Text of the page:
In most communities in the United States, hepatitis C (HEPc) treatment is provided by gastroenterologists. Because HEPc is now the most common cause of end-stage liver disease, and unless trends reverse will continue to be so for the foreseeable future, it is important that identification of HEPc infection be continued vigorously in the primary care community, since most at-risk persons see primary care clinicians as their point of initial contact with the health care system.
Treatment of HEPc offers the opportunity for cure of the disease more than 50% of the time, although persons infected with HEPc genotype I have a somewhat lower success rate. Ideally, treatment would be offered to as many infected persons as possible, yet limitations in specialist consultants who traditionally administer the treatment are an obstacle to access for some patients.
The ECHO program (Extension for Community Healthcare Outcomes) is intended to enhance opportunities for provision of health care to underserved populations through, for instance, video-conferencing technology that allows primary care clinicians to receive case-based education with specialist colleagues. Since 2003, ECHO has resulted in 800 HEPc patients being treated by primary care clinicians. The primary outcome of this ECHO-based trial was sustained virologic response, which is defined as undetectable HEPc RNA 6 months beyond the end of treatment. Encouragingly, analysis of outcomes for patients treated on-site at the University of New Mexico HEPc clinic were essentially identical with those of patients treated at distant sites by clinicians guided though case-based video conferencing. Hopefully, enlarging the spectrum of clinicians who can provide state-of-the-art care for HEPc patients will become a goal for other sites that have the capacity for video conferencing.
COPD Exacerbations: The EXACT Tool
Source: Jones PW, et al. Chest 2011;139: 1388-1394.
The impact and consequences of chronic obstructive pulmonary disease exacerbations (COPD-e) are underappreciated. This year, COPD has risen in prominence from the fourth most common cause of death to the third. COPD-e are problematic on multiple levels: as many as 10% of patients admitted for COPD-3 die in the hospital, and the mortality within the year of hospitalization is as much as 20%. Additionally, each COPD-e is associated with a further decline in FEV1 that is not restored once the exacerbation is resolved.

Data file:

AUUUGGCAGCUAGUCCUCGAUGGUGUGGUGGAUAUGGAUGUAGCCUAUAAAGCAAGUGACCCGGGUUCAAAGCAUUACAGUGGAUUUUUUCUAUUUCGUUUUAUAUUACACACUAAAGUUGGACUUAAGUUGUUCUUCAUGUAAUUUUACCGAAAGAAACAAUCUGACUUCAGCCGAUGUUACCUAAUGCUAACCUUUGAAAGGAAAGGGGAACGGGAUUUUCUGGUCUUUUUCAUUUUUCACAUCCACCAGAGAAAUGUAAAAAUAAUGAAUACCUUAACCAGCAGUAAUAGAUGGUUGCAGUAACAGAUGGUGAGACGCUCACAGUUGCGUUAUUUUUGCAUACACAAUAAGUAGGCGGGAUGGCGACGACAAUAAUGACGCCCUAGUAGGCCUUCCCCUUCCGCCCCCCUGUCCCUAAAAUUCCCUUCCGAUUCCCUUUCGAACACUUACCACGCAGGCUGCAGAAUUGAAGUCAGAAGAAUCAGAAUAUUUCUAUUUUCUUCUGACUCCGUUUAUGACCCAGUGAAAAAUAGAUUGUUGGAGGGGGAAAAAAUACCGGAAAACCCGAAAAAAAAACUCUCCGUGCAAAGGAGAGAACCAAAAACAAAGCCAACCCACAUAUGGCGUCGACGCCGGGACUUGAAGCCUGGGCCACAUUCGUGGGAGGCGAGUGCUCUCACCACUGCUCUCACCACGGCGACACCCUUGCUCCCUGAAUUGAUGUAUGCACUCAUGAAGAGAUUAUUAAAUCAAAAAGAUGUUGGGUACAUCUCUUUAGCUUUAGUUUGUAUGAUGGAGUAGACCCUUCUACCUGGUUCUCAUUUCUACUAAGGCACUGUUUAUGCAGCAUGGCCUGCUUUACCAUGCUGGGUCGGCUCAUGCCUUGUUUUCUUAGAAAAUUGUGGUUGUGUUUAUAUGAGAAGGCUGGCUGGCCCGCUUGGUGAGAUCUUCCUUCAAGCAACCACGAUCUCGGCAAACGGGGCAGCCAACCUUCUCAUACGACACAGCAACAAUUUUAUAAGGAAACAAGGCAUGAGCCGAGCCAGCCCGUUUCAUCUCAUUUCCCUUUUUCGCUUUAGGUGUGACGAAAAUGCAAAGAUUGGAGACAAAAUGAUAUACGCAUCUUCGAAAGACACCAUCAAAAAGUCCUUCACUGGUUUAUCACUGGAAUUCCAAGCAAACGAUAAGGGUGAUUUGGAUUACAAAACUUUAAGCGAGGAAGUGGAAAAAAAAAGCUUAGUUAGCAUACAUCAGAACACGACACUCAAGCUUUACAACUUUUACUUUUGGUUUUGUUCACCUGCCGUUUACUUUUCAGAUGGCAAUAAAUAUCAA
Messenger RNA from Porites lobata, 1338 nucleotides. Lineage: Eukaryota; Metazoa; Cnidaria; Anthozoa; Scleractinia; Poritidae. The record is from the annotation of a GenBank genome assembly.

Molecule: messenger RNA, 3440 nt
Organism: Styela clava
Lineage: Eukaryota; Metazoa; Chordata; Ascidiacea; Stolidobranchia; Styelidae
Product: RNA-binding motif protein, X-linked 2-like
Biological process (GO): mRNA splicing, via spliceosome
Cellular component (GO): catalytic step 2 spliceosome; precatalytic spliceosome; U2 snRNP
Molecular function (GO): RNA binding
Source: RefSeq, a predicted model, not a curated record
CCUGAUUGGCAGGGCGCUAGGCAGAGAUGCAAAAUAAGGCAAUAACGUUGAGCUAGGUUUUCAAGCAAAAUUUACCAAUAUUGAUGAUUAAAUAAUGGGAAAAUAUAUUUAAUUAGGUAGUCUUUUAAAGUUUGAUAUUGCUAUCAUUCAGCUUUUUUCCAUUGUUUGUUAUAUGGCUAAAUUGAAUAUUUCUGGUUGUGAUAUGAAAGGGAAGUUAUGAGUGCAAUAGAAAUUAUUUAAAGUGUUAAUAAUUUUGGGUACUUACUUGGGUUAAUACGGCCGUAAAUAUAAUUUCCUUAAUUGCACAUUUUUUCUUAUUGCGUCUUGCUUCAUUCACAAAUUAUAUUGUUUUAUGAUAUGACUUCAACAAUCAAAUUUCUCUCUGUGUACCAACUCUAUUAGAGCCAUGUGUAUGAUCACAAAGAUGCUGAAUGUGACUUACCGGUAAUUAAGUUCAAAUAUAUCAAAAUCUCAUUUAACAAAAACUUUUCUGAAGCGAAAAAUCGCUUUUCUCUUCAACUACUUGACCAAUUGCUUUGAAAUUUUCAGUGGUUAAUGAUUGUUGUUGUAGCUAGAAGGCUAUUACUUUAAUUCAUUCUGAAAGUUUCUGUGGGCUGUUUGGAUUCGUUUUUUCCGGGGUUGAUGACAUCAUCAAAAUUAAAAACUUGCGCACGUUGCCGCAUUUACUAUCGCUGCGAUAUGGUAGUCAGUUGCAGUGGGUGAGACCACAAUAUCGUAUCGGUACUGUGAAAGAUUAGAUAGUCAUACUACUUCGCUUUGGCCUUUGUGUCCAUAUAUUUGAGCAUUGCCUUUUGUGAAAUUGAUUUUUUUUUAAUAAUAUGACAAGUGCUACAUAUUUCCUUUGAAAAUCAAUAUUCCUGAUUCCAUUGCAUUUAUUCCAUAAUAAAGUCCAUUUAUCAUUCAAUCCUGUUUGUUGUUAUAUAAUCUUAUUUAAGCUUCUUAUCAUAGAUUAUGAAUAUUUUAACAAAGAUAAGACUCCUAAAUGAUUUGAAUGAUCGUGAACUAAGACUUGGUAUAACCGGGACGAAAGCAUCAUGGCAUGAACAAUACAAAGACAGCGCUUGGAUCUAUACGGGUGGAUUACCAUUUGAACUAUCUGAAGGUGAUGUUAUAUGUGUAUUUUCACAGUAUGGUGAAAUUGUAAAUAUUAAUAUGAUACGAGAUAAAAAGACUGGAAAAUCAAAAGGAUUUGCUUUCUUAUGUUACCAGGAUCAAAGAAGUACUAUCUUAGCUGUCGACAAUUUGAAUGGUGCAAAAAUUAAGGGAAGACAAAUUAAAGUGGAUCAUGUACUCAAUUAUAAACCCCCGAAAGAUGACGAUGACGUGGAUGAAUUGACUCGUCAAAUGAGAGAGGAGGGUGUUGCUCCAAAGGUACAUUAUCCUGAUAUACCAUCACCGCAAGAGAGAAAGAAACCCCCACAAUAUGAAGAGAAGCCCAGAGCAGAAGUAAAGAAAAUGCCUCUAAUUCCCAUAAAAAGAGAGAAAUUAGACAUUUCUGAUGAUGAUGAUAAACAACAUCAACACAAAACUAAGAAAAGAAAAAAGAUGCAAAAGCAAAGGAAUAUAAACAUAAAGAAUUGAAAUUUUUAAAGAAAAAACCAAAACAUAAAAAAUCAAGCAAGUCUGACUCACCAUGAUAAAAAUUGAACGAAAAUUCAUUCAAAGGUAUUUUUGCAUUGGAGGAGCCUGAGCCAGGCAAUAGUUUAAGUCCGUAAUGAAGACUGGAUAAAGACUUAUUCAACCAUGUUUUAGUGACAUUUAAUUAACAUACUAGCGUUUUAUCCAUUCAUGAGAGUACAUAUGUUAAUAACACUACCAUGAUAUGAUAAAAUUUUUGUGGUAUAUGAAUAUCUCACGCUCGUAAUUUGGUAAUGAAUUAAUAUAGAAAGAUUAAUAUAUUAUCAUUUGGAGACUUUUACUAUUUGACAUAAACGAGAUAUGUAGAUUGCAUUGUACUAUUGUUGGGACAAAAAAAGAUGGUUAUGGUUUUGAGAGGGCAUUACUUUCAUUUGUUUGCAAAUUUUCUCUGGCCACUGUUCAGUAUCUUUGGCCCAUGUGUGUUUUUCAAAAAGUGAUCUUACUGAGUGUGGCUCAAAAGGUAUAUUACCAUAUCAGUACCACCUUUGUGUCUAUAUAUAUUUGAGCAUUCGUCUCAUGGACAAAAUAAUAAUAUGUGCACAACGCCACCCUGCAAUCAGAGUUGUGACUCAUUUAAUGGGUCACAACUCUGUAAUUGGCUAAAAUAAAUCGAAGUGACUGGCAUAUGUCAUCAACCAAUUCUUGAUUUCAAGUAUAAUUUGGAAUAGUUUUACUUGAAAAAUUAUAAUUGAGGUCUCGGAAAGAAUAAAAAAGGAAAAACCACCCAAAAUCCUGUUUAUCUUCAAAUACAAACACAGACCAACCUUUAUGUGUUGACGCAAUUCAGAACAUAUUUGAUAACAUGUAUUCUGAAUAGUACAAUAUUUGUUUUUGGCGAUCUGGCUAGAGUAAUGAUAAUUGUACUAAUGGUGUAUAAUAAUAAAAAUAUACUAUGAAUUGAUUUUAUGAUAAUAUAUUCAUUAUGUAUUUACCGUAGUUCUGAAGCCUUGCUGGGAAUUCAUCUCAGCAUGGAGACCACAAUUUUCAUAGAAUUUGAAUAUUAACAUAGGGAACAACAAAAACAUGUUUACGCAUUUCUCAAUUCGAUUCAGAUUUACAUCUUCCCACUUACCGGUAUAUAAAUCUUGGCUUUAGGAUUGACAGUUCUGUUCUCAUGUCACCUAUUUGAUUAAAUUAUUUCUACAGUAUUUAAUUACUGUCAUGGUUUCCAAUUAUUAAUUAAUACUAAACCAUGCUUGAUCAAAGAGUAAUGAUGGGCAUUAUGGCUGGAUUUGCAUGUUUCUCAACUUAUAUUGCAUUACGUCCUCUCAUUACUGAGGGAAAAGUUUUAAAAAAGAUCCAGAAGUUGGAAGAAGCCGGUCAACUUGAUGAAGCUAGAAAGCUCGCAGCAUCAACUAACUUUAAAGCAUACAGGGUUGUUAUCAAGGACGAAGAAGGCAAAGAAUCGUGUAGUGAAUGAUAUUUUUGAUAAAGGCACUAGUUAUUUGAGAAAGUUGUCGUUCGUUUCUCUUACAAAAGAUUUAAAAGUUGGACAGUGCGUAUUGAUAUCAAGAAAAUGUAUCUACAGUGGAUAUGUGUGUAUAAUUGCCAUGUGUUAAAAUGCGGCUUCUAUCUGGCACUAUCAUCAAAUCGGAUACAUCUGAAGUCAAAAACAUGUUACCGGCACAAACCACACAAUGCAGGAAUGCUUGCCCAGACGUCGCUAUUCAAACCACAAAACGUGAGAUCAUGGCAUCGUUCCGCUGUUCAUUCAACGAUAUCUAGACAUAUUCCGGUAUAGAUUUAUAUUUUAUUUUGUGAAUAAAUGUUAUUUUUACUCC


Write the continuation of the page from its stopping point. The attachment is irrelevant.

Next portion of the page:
Jones et al have performed the first published formal analysis of COPD-e to derive an instrument known as EXACT (Exacerbations of Chronic Pulmonary Disease Tool).
Based on interviews with COPD patients (n = 410), the authors quantified items pertaining to dyspnea, cough, sputum production, chest discomfort, limitations of activity, fatigue, sleep disturbance, and anxiety associated with COPD symptoms.
Ultimately, 14 items were discerned that quantified COPD-e presence and severity. Hopefully, such a tool could be used in daily diaries of COPD patients to help identify exacerbations at the earliest possible stage so that abortive therapy could be instituted without delay. It remains to be determined whether enhanced early detection and intervention for COPD-e will favorably affect symptomatic control, hospitalizations, or mortality.
Are Diabetes Prevention Treatments Truly Disease Modifying?
Source: The DREAM Trial Investigators Diabetes Care 2011;34:1265-1269.
Prevention of Type 2 Diabetes (DM2) is possible by means of several different paths including diet, exercise, metformin, thiazolidinediones, orlistat, acarbose, and valsartan. Although reduced conversion from pre-diabetes to DM2 by as much as 60% has been seen in some DM2 prevention trials, critics point out that it is unclear whether any of the natural history of DM2 that is, progressive decline in beta cell function is impacted by currently available interventions. Animal studies have found incretin effects, such as beta cell proliferation and improved beta cell mass, but no persistence of such effects has been confirmed in humans, and most data suggest that none of these favorable effects persist once pharmacotherapy is discontinued. The Diabetes Reduction Assessment with Ramipril and Rosiglitazone Medication (DREAM) Trial Investigators published an analysis of glycemic control 2-3 months after cessation of ramipril or rosiglitazone, the agents used in the DREAM trial.
Although the Heart Outcomes Prevention Evaluation trial supported a role for DM2 prevention by ramipril, this was not confirmed in the DREAM Trial, nor was there any beneficial "legacy effect." Although rosiglitazone was effective in DM2 prevention, once stopped, progression to DM2 was similar to placebo. Hence, although prevention of DM2 is achievable with thiazolidinediones, they do not appear to make a sustained impact upon underlying disease pathophysiology since drug cessation is followed by a resumption of declining beta-cell function similar to placebo.